The Harris Museum has a nationally important 12,500 item strong numismatic collection which was formerly underused. The Money Matters Project funded by the Esmée Fairbairn Foundation started in 2014 has transformed how this fantastic collection is used. As well as repacking and cataloguing the collection, the project has allowed the Harris to network with other museums and share expertise.
As this project draws to a close, a brand new creative teaching and learning resource commissioned by the Harris Museum’s Money Matters project and Curious Minds has been made available to download from Museum Development North West’s (MDNW) blog, providing a link between museums and those who would like to know more about how to use their collections creatively. To help explain how this new resource can help teachers and those working in learning environments, James Arnold, History Curator at the Harris, introduces it:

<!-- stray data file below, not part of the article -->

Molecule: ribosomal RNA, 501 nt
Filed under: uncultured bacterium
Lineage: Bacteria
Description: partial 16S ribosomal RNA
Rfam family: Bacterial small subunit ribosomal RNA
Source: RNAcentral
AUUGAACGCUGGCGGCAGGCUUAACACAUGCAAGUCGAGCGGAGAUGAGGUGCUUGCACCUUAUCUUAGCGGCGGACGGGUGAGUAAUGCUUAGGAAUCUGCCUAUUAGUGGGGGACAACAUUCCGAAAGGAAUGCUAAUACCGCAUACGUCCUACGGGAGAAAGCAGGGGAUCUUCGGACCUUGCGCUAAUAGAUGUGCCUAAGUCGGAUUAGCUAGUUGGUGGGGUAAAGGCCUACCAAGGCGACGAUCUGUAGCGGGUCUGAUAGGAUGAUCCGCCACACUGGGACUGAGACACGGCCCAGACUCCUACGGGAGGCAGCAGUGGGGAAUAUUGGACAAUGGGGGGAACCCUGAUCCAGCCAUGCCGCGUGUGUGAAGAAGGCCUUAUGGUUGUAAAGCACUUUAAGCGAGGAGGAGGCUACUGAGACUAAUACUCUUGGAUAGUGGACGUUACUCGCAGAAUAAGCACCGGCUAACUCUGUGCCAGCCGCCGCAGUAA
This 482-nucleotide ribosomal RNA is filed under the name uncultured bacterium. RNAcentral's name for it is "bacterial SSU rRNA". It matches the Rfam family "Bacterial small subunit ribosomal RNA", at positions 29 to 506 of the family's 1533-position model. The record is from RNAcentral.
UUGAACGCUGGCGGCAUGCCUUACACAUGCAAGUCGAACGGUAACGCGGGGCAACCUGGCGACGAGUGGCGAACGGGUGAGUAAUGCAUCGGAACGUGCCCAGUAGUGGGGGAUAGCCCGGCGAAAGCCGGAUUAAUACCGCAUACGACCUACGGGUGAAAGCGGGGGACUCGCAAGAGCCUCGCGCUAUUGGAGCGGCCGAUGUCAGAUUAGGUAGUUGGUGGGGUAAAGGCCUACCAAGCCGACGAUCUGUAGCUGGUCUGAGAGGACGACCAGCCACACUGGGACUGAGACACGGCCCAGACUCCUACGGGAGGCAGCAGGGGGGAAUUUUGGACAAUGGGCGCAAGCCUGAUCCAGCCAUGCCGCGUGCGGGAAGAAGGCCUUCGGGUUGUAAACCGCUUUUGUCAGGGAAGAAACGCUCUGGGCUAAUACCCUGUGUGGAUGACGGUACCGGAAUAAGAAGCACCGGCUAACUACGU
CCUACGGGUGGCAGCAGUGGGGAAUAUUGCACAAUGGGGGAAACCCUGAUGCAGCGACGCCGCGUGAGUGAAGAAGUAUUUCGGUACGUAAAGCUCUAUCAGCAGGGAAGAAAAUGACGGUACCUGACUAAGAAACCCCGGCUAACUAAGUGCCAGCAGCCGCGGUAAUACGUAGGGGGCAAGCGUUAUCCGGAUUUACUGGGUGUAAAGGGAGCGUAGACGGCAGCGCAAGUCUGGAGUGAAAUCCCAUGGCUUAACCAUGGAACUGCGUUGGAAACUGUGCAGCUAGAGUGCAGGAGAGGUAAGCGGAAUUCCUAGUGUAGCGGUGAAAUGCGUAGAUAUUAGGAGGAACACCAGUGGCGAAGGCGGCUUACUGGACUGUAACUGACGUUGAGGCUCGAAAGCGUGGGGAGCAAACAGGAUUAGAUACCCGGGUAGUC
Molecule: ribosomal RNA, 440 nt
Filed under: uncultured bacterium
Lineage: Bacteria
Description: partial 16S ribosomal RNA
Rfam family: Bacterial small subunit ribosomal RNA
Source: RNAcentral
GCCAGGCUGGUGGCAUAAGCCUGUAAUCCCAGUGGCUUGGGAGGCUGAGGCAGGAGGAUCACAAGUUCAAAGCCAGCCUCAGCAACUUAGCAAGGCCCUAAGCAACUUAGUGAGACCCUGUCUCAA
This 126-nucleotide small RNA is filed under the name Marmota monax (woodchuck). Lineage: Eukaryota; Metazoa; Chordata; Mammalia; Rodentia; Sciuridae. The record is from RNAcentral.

“The resource is aimed at museum practitioners and teachers who want to find out more about the numismatic (coin and medal) collections in the North West and how to bring them to life to inspire pupil learning and engagement. The resource contains:
- An introduction to numismatic (coin and medal) collections and what they are
- Ideas for creative learning using numismatic collections
- Creative ideas and a curriculum map
- Arts Award using coins and medals
- In practice examples in the North West
- Links to other resources
In 2013 MDNW carried out a small consultation with museums. The results were clear – there was a huge willingness by museums to use their numismatic collections if they could, but holding them back was their lack of confidence in knowing what they had and how to use it. In recent years museum staff and volunteers have struggled with how to make collections relevant and accessible against a backdrop of ever diminishing resources and expert knowledge leaving the sector. Yet the mapping work undertaken by the Money & Medals Network has shown the large number of numismatic collections held by the region’s museums, some of them being part of the founding collections of museums with their roots in the 19th century.
To download a copy from MDNW’s blog, Click Here.